Correct Your Body's Zinc/Copper Imbalance
By Ann Louise Gittleman - December 1, 1998
Copper overload is an insidious but increasingly common nutritional problem, says Ann Louise Gittleman, author of the bestselling Beyond Pritikin. She says that difficulty getting out of bed, midday slumps, mood swings, insomnia, and anxiety may be symptoms of a copper/zinc imbalance. She discovered this link after she encountered several patients in her nutritional practice--most of them women--who were not suffering from hypothyroidism, adrenal problems, or anemia (as she had suspected), but rather a mineral imbalance that was diagnosed after simple hair testing.
Vegetarian diets, low-fat diets, and taking multivitamins--all ostensibly healthy moves--can make you more susceptible to copper overload. So do less-healthy activities, including drinking alcohol and coffee, taking cortisone, and being constantly stressed. (These activities sap the body of zinc, says Gittleman, jeopardizing the delicate zinc/copper homeostasis in the body.) Home tap water may also be overloaded with copper, and women are susceptible to absorbing copper from intrauterine devices.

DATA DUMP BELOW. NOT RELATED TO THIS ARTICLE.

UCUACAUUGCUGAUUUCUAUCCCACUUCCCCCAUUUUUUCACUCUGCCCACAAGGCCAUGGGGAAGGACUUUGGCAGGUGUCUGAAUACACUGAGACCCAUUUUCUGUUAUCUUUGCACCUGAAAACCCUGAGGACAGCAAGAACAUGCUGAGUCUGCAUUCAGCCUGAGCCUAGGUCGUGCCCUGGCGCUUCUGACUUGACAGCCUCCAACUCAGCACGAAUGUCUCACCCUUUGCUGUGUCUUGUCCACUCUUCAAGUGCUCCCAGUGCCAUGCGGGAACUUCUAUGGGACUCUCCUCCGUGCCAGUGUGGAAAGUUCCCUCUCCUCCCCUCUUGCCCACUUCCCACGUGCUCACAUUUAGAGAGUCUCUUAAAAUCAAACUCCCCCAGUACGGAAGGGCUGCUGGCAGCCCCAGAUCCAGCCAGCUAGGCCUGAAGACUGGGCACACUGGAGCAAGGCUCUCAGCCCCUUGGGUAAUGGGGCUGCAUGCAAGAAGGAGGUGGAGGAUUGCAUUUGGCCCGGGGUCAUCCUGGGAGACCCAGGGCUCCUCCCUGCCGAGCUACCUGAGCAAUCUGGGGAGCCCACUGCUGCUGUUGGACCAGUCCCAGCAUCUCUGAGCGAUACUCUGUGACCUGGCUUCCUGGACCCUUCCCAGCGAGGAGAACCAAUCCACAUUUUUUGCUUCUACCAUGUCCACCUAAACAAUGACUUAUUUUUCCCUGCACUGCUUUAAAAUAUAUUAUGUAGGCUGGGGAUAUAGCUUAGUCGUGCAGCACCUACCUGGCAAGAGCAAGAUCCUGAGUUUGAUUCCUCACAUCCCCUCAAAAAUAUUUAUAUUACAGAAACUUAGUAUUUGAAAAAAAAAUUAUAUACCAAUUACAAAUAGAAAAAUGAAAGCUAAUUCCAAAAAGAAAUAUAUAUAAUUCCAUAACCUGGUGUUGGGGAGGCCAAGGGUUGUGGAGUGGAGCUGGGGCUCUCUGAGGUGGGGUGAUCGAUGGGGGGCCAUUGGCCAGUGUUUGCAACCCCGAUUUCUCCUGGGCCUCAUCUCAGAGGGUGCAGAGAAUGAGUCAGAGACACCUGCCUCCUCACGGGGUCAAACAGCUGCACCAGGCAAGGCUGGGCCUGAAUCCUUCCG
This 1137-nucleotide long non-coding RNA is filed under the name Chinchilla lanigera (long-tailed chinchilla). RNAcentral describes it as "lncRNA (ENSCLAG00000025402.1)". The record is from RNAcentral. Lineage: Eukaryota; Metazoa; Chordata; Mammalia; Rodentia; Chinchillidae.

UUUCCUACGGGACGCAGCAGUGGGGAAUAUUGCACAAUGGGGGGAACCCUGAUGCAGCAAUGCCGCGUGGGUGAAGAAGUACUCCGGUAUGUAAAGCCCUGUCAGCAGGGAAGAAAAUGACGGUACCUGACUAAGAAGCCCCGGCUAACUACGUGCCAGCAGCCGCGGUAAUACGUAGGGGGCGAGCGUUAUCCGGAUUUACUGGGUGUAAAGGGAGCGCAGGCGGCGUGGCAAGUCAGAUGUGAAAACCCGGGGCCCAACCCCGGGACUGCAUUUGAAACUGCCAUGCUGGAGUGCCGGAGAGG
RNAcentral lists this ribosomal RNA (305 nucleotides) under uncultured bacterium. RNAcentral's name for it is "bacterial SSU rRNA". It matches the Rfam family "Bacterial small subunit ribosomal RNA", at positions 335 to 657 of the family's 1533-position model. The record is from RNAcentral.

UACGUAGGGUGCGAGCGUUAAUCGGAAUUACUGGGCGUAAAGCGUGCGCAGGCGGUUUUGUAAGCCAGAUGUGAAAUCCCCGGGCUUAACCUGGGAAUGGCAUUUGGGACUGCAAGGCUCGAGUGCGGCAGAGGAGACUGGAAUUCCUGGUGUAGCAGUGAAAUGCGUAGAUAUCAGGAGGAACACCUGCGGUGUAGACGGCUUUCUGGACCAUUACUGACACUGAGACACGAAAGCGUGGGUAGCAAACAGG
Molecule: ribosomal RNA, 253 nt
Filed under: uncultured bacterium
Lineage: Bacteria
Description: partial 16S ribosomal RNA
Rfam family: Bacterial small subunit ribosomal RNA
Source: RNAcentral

To remedy the overload, Gittleman outlines an easy plan for renewing health and increasing energy. She includes a questionnaire to help determine if copper overload may be a problem for you; gives resources for hair analysis in case your doctor doesn't have one; instructs on how to read a tissue-analysis report; and outlines a sensible diet plan, including menus to keep the zinc/copper balance in check.
Up to 80 percent of the general population complains about fatigue; Gittleman's book may very well offer a simple solution for thousands of people. --Erica Jorgensen